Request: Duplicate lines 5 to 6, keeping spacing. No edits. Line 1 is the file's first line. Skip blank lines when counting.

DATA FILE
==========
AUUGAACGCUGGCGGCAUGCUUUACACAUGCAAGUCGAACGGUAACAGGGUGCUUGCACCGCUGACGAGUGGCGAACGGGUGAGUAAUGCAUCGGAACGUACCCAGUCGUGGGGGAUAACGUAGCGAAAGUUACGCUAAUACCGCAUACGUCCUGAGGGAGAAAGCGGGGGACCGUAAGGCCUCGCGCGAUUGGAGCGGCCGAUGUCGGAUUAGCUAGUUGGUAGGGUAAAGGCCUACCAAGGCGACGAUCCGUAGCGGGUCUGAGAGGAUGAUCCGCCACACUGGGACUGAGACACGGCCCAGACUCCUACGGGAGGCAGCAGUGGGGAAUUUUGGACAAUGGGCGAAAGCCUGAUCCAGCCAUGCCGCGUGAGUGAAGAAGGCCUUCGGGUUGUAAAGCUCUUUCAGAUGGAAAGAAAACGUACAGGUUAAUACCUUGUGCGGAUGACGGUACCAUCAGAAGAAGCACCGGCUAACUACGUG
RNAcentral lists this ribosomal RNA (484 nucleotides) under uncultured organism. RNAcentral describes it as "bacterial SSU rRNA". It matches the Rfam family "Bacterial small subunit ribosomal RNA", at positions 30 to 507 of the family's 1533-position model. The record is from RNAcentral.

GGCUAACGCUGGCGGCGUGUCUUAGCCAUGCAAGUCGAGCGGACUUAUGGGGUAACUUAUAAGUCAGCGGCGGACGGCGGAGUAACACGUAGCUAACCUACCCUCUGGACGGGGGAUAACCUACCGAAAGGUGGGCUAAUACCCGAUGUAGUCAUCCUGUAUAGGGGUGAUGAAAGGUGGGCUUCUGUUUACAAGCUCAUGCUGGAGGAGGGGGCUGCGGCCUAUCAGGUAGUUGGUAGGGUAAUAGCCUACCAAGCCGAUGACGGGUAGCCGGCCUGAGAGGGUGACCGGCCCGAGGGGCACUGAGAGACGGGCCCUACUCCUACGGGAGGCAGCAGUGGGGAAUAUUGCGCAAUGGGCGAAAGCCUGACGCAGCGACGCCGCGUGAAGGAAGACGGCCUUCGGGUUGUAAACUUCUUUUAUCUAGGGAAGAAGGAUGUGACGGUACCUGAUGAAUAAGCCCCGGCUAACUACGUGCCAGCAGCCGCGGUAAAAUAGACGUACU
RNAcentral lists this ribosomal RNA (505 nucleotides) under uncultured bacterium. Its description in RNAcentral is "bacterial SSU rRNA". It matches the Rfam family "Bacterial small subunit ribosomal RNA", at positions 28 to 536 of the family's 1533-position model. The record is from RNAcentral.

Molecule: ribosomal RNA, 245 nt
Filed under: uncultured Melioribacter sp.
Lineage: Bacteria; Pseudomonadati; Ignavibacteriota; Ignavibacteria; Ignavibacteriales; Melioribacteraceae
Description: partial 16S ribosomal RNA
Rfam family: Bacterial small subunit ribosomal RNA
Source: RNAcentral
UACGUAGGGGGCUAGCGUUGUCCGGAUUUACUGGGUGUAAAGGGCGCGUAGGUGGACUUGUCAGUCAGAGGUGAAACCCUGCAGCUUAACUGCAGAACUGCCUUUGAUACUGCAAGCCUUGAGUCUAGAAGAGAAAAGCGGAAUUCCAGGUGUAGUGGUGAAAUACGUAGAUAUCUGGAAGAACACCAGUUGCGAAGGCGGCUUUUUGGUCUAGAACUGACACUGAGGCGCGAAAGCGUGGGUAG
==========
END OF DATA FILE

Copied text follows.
Molecule: ribosomal RNA, 245 nt
Filed under: uncultured Melioribacter sp.